Hive + Wellness donate to bushfire relief

Drought and Bushfire Relief Honey Launched to Support Australia’s Beekeepers and their Honey Bees Hive + Wellness has today launched a specially marked “Drought and Bushfire Relief” Capilano Honey Pack, with 20 cents from every sale to go directly to supporting struggling beekeepers via Rural Aid charity’s ‘Hive Aid’ campaign.

The new 340 gram packs are on sale in supermarkets and stores immediately, although the full roll-out will take several weeks.

Hive + Wellness, which sources honey from more than half of Australia’s 1500 professional beekeepers for its iconic Capilano product, said it hoped the New Year launch would begin a better year for honey bees and their keepers.

Chief operating officer Ben McKee said: “It is no secret that 2019 was an extremely difficult year for beekeepers across the country, particularly those affected by the worst of the drought and bushfires in NSW and Queensland.”

“The situation is not one we can turn around easily, with drought conditions still prevailing across much of the typical beekeeping countryside, and some areas unlikely to recover for years. Bushfires, which are causing such devastation around the country, have a cruel impact on wildlife and that includes our vital honey bee population.”

“I know that many Australians are concerned about what our farmers and beekeepers are experiencing. Our Drought and Bushfire Relief honey is a very practical way they can help, while also enjoying the taste of pure Australian honey.”

Dr McKee added that 20 cents from every 340 gram classic honey pack would go to the cause, even if the packaging did not display the new Drought and Bushfire Relief label. “It will take some time to get these special packs across our retailers, but the nation’s beekeepers need help now. We have therefore made the commitment in relation to every 340 gram Capilano classic pack sale from January 1.”

The Drought and Bushfire Relief honey is part of a suite of initiatives Hive + Wellness is implementing in support of beekeepers, who have seen their bees suffer, honey production plummet, and incomes slide for many months. In December Hive + Wellness joined charity Rural Aid and industry body AHBIC to establish Hive Aid, a hardship fund accessible to beekeepers.

Drought impacting on beekeepers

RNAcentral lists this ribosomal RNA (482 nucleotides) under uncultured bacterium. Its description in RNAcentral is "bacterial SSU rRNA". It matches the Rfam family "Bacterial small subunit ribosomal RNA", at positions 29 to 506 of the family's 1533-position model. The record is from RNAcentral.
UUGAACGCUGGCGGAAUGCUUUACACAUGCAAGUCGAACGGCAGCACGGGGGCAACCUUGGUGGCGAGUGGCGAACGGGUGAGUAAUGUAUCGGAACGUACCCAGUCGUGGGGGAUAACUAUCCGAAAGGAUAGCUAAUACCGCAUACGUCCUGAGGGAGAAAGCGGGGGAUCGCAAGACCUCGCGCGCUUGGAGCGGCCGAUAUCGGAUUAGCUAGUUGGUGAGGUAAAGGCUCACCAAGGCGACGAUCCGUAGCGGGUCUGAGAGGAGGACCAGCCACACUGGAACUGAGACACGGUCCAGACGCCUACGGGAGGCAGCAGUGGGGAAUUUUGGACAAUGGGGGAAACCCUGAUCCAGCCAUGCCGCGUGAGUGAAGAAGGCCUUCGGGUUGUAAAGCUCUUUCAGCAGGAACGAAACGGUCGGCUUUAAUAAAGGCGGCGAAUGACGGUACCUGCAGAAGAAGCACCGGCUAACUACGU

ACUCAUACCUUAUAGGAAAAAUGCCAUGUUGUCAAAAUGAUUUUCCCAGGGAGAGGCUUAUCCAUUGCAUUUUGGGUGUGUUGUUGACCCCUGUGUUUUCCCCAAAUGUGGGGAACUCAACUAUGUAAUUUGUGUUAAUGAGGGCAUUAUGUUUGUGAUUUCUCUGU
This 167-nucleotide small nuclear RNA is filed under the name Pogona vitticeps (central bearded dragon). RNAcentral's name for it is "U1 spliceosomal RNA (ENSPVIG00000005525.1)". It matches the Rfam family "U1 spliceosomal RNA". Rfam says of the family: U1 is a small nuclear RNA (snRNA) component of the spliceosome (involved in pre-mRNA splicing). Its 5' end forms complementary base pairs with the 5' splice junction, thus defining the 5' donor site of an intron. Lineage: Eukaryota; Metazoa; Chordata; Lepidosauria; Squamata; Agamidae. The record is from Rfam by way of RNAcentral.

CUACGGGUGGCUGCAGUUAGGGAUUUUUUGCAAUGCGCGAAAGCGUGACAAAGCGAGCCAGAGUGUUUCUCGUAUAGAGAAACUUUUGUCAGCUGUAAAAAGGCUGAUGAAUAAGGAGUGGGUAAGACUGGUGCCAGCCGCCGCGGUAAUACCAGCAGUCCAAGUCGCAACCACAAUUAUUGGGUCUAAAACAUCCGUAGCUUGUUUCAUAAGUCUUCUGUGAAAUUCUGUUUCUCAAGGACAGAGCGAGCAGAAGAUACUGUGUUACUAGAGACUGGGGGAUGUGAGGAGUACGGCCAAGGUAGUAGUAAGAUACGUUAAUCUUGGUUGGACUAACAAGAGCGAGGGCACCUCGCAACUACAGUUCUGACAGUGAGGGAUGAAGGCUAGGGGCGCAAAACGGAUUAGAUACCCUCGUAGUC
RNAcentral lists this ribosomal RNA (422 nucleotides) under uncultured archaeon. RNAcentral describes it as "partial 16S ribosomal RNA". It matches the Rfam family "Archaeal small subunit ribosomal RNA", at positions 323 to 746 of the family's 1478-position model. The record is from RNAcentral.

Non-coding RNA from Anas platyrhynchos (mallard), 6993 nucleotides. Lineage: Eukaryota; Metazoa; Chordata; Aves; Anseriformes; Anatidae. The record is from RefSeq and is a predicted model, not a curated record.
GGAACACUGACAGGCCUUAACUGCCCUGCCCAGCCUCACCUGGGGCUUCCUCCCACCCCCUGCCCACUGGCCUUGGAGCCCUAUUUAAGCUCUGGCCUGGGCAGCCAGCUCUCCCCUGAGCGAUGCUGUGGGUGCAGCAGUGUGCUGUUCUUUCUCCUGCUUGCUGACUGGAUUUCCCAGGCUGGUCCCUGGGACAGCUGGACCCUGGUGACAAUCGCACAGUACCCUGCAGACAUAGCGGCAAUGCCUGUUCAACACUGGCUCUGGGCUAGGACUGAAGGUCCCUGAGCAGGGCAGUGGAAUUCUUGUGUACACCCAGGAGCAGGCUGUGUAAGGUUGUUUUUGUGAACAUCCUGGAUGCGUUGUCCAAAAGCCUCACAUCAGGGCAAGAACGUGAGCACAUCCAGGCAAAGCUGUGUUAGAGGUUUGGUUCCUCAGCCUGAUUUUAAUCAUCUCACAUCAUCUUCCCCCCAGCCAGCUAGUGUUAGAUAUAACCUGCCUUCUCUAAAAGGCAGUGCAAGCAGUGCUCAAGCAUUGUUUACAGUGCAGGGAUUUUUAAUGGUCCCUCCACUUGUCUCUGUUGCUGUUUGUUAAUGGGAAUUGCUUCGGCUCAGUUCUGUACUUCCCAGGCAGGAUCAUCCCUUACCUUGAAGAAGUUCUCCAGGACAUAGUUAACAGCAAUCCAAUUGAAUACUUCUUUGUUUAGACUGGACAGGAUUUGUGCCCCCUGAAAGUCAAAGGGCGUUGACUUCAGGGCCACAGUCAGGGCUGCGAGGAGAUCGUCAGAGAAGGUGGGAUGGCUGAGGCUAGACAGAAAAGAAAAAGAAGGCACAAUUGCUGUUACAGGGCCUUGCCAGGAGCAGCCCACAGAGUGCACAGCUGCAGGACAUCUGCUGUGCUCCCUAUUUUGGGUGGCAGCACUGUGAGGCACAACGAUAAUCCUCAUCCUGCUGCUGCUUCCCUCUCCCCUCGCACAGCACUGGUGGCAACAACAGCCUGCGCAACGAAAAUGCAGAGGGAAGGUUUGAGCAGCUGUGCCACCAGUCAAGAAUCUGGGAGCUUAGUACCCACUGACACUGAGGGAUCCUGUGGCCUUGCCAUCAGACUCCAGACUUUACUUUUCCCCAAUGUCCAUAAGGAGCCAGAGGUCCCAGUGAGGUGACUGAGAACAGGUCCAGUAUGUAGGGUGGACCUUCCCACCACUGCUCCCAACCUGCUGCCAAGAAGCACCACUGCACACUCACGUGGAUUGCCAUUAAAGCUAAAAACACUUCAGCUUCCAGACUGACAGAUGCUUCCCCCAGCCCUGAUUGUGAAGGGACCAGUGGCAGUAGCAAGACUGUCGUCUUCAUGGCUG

Hive + Wellness has warned that Australia faces a potential honey shortage, as the nation’s beekeepers grapple with some of the most difficult conditions in the industry’s history.

Honey production in the current season is forecast to be the lowest on record, with further declines predicted for 2020/21 if we see no improvement in Australian weather conditions.
A survey conducted by the company amongst its suppliers found that 98% of respondents had been adversely impacted by the ongoing drought, with some beekeepers seeing their production drop to zero. Bushfire and heat had exacerbated already difficult conditions, devastating bee populations as well as their source of food.

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Ben McKee from Hive + Wellness said: “Australian beekeepers are the forgotten farmers in this drought. Just as livestock farmers have faced challenges in feeding their animals, a lack of flowering trees means beekeepers have struggled to ensure sufficient food for their bees.”

“They are experiencing significant declines in both the population of their hives and in production levels as there is simply not enough nectar for bees to collect. The bees are also affected by water scarcity and the relentless heat.”

The outlook for the 2019/2020 honey season is grim, with expectations of the lowest national crop on record, which has been aggravated by poor honey production in previous seasons.

Bert Seagrave, an Emmaville based beekeeper from the New England region of NSW, and supplier to Hive + Wellness, said: “We are facing the worst honey production in my lifetime, and we are working tirelessly just to keep our bees alive”.

Hive + Wellness is the largest honey packer, marketer and supporter of beekeepers in Australia. Its beekeepers account for a significant proportion of the nation’s honey production.